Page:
Read part I here.
On certain science policy issues, Trump's critics have overstepped. We covered the most popular examples in part I. Now let's look at a few subjects where Trump may have some explaining to do. A bit later we'll get into the good things Trump is likely to do for science.
On vaccines Trump appears to be truly awful, if his 2012 comments are any indication. Moreover, during the campaign this year, the President-Elect met with prominent anti-vaccine advocates. According to Science, he spoke favorably of the vaccine-autism link and promised to watch some woo-filled documentary about the subject.
There are a few intervening factors that may sway Trump away from pursing policies that are in line with his previous statements about vaccines, however. The first, of course, is that Trump is a good salesman if he's anything at all. And every salesman knows you don't disrespect people whose money and support you're after. Telling the folks from Age of Autism that they're utterly insane would've been an unlikely way to earn their votes.
Politicians, after all, are known for their duplicity, and I wouldn't put it past Trump to smile, shake someone's hand and promise them what they want, only to ignore them later on down the line. This is usually a downside to the political process. In this case, though, it could mean President Trump stays away from vaccine quackery.
On a related note, politicians sometimes bow to pressure from advisers, bureaucrats, and other powerful interests inside and outside of Washington, even when they truly do support a cause. Trump could do the same, secretly harboring oddball views on vaccines while publicly shelving any policy that could do harm to public health. Just compare Obama's campaign promises to what he did once he took office to see the most recent example of this phenomenon at work.
We'll have a chance to test this possibility, too. As Science points out, Trump will soon have the opportunity to appoint some important public health officials. This is assumed to be a bad thing, since Trump could very well appoint a vaccine denier. But because there are so few qualified physicians and researchers who espouse any degree of skepticism around vaccine efficacy, Trump will be choosing from a pool of mostly pro-science candidates. He would have to go out of his way to appoint a crank of Andrew Wakefield's caliber. None of this is to excuse Trump should he embrace anti-vaccine hysteria in office. That would be shameful on his part, and we should all say so if he does.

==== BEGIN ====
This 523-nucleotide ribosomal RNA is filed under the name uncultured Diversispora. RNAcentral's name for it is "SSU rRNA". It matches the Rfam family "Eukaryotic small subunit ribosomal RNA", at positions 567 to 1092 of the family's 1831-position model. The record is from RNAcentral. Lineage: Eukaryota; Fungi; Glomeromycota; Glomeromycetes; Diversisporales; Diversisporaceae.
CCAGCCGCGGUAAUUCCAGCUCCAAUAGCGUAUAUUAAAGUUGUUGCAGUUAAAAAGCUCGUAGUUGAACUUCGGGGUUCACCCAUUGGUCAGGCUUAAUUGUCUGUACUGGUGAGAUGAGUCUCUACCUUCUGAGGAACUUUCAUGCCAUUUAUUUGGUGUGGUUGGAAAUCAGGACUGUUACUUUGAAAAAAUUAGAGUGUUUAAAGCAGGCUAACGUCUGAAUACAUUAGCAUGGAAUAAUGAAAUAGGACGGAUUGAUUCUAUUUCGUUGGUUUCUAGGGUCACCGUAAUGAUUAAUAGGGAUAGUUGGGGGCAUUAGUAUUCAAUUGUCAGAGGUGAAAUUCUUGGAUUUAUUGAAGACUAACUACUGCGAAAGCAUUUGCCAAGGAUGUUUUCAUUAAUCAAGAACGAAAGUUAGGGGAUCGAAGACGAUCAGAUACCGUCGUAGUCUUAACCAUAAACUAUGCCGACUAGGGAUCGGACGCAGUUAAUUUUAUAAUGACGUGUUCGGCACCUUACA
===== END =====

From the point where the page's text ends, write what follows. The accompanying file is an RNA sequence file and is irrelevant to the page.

Crop biotechnology is another subject on which Trump has been ambiguous, but his comments here have been a little clearer and give me some hope that he'll come down on the side of science. The Genetic Literacy Project reported last month that Trump said agricultural policy should be determined largely by the market, and mandatory labels for genetically-modified food have nothing to do with free-market economics. GLP also pointed out that Trump took down a tweet which suggested that GMO corn may cause "issues in the brain." He also told the Iowa Farm Bureau that biotechnology should be used in food production and food labeling rejected.
The potential upsides of Trump's science policy
We've covered the worst examples where Trump has strayed from accepted scientific wisdom. So let's look at a couple of issues where Trump is likely to advance science.
Trump has made some very encouraging comments about nuclear power, arguing after the 2011 Fukushima disaster in Japan that "[i]f a plane goes down people keep flying. If you get into an auto crash people keep driving.” He has also said that we need to continue developing our ability to produce natural gas. This is the flip side of Trump's climate policy; climate change skepticism typically goes hand-in-hand with a desire to produce more energy, so Trump will very likely pursue policies that make energy production far easier.
There's been much hand wringing over the possibility that Trump will slash science funding because of his comments about climate change. The critics, ironically enough, don't see that they're shooting themselves in the foot. On one hand, they say the science of climate change is settled, and don't you dare question your betters who have studied the subject in great depth, Mr. business mogul man! But they then turn around around and lambaste The Donald for his supposed unwillingness to pursue climate research. These people clearly can't think forward.
But being both a real estate developer and a populist candidate interested in rebuilding the country, it's likely that Trump won't shy away from funding science research, which Republicans are pretty good at historically. And much like Reagan, Trump's skepticism of big government will probably wane when it comes to building infrastructure and investing in basic science projects. Specifically on the question of climate science, there are questions left unresolved and worth researching. The problem, as climatologist Roy Spencer has explained, is that they center around natural climate variability. Those kinds of questions can't be used to justify an expanding EPA and the kinds of wealth-transfer climate change mitigation programs the IPCC is so eager to push.
What we have in Trump when it comes to science policy seems typical of recent presidents: some good, some bad and a lot of unknowns. Science, sadly, really hasn't been a key issue in any presidential election in recent decades, so we have little more to go on than a handful of public statements and the resulting speculation. We'll just have to see what happens.